Such buffering would likely have to be chemical. I’m certain that engineers can come up with many solutions, but we’re talking about a huge level of investment here to roll it all out at scale at a time when the private sector simply isn’t interested and governments are pathetically weak, short-sighted and feeble-minded, enthralled to corporate interests that merely want to preserve the status quo.

      • Keep away from Euan Mearns. He’s a nasty little oil industry operative, and a climate denier to boot!

      • @R2M: I’m OK with Euan. Been reading him since The Oil Drum days and his signal to noise ratio is pretty damn good. Doesn’t mean I have to agree with everything he says, but he at least goes to the trouble of digging into data analysis to form his opinions.

    • Tassie TomMEMBER

      There’s heaps of storage capacity in Tasmania which can be turned on and off at a moment’s notice for free. Unfortunately we’ve discovered that the power cables connecting us to the mainland are unreliable.

      “Tumut 3” in the Snowies is one of the most awesome power stations in Australia – it’s reversible. Water is pumped back up to the top at night time and let down in the day time – this saves 1500MW of peak coal generating capacity and it saves the same amount of coal idle time at night. 80% total cycle efficiency.

      Tassie doesn’t have any reversible power stations, but we could have. Lake Gordon would be perfect – build a dam half way along it (pretty obvious where to on a map), permanently lower the level of the downstream side, and build a massive high-volume low-head reversible power station in the middle. We could even build a tunnel from Serpentine Dam (the deepest part of New Lake Pedder) to Lake Gordon, draining New Lake Pedder and restoring the original Lake Pedder.

      Now, for a reliable power connection to the mainland…..

  6. Can someone explain how supplying energy below cost with magic money is going to “end well”

    • creating a speculative answer to your challenge:

      middle eastern oil wealth seeks to diversify into non-oil tech/business that they see as being dominant in future energy markets. They make the play as a sector/exposure “hedge” by allocating sovereign debt funds or gov backed guarantees (or similar programs) to lower capital costs for local businesses to get out there globally and get their hands dirty.

      Should a new less-oil world eventuate they’ve taken some costs but have foot in the door/some leverage if the global transition eventuates, which would otherwise weaken their wealth/geopolitical position if oil demand weakens on a long term basis.

    • Robert, that’s a very poor astroturfer response. You aren’t worth the money they’re paying you, matey!

      🙁

  7. I’ve been saying it for a while now: PV is the low price winner for all daytime electricity.
    what’s interesting is that with these ultra low electricity generation costs the door to open for energy storage based on Hydrogen, possibly with the additional synthesis of Methane, Methanol or even Hydrogen Peroxide for longer term storage.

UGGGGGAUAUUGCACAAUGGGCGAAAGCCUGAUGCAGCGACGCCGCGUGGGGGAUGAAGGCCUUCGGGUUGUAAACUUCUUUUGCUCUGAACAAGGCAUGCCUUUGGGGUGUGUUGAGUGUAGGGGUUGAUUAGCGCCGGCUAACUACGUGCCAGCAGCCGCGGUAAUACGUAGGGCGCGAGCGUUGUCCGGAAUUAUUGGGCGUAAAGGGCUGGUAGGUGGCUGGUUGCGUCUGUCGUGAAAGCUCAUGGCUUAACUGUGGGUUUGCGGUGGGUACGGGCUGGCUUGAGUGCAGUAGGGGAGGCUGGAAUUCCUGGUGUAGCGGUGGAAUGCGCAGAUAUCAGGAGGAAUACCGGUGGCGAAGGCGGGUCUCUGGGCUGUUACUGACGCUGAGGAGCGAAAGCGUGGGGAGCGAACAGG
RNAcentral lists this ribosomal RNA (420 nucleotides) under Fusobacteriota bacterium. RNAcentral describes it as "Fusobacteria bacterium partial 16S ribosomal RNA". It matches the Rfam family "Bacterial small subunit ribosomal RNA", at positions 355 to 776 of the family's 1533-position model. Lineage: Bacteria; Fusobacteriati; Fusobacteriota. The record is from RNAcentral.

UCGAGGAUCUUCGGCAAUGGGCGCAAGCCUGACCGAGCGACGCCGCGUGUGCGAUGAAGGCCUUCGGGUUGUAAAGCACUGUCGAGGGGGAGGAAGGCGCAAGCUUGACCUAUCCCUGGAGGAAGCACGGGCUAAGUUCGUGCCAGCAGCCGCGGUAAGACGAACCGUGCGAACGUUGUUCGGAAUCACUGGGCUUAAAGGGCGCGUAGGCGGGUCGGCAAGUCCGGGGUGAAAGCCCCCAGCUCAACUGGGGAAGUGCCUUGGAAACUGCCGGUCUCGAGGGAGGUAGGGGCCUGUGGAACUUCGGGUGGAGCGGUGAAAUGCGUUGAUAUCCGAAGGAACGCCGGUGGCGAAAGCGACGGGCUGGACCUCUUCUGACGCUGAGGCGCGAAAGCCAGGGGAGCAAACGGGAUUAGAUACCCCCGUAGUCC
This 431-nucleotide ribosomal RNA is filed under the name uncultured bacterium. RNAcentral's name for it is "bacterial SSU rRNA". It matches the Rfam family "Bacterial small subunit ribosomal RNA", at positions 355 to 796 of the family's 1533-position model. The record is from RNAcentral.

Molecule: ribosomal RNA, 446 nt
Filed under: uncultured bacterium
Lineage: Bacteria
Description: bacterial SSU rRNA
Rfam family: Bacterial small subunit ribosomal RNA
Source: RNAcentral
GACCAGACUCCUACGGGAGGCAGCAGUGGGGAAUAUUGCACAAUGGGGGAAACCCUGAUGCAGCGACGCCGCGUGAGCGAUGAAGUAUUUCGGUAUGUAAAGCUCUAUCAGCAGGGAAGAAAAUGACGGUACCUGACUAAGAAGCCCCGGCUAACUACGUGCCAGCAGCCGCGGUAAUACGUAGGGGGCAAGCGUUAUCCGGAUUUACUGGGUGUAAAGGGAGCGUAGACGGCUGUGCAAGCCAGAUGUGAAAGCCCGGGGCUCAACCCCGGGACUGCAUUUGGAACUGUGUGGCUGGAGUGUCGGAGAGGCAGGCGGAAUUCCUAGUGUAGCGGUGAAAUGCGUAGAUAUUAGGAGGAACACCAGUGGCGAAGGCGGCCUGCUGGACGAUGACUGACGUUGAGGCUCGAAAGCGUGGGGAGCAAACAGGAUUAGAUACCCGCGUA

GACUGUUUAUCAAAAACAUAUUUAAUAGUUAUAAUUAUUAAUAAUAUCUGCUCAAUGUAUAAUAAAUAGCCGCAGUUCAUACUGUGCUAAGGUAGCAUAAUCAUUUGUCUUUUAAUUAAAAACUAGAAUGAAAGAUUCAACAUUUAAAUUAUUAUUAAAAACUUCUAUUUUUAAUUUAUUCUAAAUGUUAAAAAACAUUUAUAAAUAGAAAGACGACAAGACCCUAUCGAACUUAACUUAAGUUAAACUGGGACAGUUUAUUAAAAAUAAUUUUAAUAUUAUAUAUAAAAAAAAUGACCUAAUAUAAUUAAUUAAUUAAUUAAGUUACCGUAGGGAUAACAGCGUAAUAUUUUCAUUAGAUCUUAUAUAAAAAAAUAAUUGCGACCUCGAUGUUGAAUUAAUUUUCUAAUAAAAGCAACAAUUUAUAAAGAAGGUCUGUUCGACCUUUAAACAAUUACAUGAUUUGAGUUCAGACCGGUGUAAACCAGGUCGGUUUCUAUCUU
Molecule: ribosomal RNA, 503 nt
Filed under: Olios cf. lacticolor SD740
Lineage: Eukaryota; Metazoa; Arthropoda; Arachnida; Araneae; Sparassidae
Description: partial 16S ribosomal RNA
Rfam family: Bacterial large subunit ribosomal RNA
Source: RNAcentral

Modern fuel cell technology will deliver 60% efficiency Methane/Hydrogen to Electricity so couple this with Hydrogen from electrolysis (70% efficient) and you have a reasonable round-trip efficient energy storage system (40% round trip). btw this is all technically possible today and even available in residential scale systems.

      • Yea maybe, but with how much water use and what electricity distribution costs
        AND
        who needs the added hassle of Solar Thermal when PV does the job at your house at these price points?

      • Solar thermal is utility scale. No need for every bogan to invest in panels, inverters, batteries and the rest.

    • Solar PV makes sense for a hot water system but the EROEI is too low for power unless you can charge your electric car with it, then it really helps the world not just your own electricity bill. Great if you are a shiftworker, otherwise as you say power storage EROEI is still in the too hard basket.

      • I’m not a big fan of EROEI calculations because they fail to take into account the production engineering innovations that cut costs (energy) and enable volumes unimagined in the original EROEI calculations.
        Look back just 10 or 15 years ago at the ridiculous calculations on the upper band for residential PV and compare it with the recommendations based on EROEI calculations for utility scale PV. Clearly Residential was the winner and as a result of this and the market dynamic that goes with it we achieved projected 2050 PV prices in 2015. WHEN someone integrates the whole package Residential PV + household demand management + daily storage + longer term energy storage all as one affordable product (say under $20K). The demand for this product will be enormous and the production costs (both $ and EROEI) will fall like a lead balloon.
        IMHO Utility scale electricity is drawing it’s last breaths and like all End Of Life products their playing around with maximizing returns…it’s this game of profit optimization that bifurcates the market forcing the hands of the majority that would have happily remained fence-sitters where does EROEI weigh in on these issues.